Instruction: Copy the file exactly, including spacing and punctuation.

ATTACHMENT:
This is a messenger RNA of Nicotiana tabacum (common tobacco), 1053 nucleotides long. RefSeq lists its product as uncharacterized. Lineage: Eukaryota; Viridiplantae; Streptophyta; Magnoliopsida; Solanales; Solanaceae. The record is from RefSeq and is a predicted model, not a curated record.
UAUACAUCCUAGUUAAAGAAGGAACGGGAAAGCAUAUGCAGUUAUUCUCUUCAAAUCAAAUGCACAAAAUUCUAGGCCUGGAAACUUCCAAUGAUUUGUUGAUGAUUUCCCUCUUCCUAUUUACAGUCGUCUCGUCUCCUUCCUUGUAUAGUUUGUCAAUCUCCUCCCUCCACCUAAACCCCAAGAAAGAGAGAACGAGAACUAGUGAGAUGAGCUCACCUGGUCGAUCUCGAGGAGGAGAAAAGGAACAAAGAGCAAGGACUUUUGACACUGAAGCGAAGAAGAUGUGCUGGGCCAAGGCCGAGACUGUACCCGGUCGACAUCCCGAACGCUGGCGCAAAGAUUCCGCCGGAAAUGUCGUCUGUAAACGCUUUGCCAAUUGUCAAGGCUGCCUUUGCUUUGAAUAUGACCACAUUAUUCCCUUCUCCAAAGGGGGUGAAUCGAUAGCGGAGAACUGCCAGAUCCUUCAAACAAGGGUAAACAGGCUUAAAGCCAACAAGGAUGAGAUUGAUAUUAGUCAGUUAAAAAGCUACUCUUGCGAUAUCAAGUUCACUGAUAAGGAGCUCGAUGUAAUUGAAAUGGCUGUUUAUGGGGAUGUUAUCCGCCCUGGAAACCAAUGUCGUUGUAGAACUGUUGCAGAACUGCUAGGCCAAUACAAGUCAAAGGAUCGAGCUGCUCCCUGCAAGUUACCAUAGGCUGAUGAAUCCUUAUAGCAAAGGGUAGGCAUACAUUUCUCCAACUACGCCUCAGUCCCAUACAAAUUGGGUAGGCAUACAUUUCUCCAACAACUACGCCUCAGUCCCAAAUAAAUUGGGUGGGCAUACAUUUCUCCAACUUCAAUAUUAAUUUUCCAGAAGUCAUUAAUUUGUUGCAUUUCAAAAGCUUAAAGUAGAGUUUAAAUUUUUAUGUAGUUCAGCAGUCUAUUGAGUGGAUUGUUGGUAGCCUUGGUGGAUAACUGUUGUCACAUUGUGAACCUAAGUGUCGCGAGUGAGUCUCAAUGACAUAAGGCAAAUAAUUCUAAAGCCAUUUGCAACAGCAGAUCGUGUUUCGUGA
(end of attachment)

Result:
This is a messenger RNA of Nicotiana tabacum (common tobacco), 1053 nucleotides long. RefSeq lists its product as uncharacterized. Lineage: Eukaryota; Viridiplantae; Streptophyta; Magnoliopsida; Solanales; Solanaceae. The record is from RefSeq and is a predicted model, not a curated record.
UAUACAUCCUAGUUAAAGAAGGAACGGGAAAGCAUAUGCAGUUAUUCUCUUCAAAUCAAAUGCACAAAAUUCUAGGCCUGGAAACUUCCAAUGAUUUGUUGAUGAUUUCCCUCUUCCUAUUUACAGUCGUCUCGUCUCCUUCCUUGUAUAGUUUGUCAAUCUCCUCCCUCCACCUAAACCCCAAGAAAGAGAGAACGAGAACUAGUGAGAUGAGCUCACCUGGUCGAUCUCGAGGAGGAGAAAAGGAACAAAGAGCAAGGACUUUUGACACUGAAGCGAAGAAGAUGUGCUGGGCCAAGGCCGAGACUGUACCCGGUCGACAUCCCGAACGCUGGCGCAAAGAUUCCGCCGGAAAUGUCGUCUGUAAACGCUUUGCCAAUUGUCAAGGCUGCCUUUGCUUUGAAUAUGACCACAUUAUUCCCUUCUCCAAAGGGGGUGAAUCGAUAGCGGAGAACUGCCAGAUCCUUCAAACAAGGGUAAACAGGCUUAAAGCCAACAAGGAUGAGAUUGAUAUUAGUCAGUUAAAAAGCUACUCUUGCGAUAUCAAGUUCACUGAUAAGGAGCUCGAUGUAAUUGAAAUGGCUGUUUAUGGGGAUGUUAUCCGCCCUGGAAACCAAUGUCGUUGUAGAACUGUUGCAGAACUGCUAGGCCAAUACAAGUCAAAGGAUCGAGCUGCUCCCUGCAAGUUACCAUAGGCUGAUGAAUCCUUAUAGCAAAGGGUAGGCAUACAUUUCUCCAACUACGCCUCAGUCCCAUACAAAUUGGGUAGGCAUACAUUUCUCCAACAACUACGCCUCAGUCCCAAAUAAAUUGGGUGGGCAUACAUUUCUCCAACUUCAAUAUUAAUUUUCCAGAAGUCAUUAAUUUGUUGCAUUUCAAAAGCUUAAAGUAGAGUUUAAAUUUUUAUGUAGUUCAGCAGUCUAUUGAGUGGAUUGUUGGUAGCCUUGGUGGAUAACUGUUGUCACAUUGUGAACCUAAGUGUCGCGAGUGAGUCUCAAUGACAUAAGGCAAAUAAUUCUAAAGCCAUUUGCAACAGCAGAUCGUGUUUCGUGA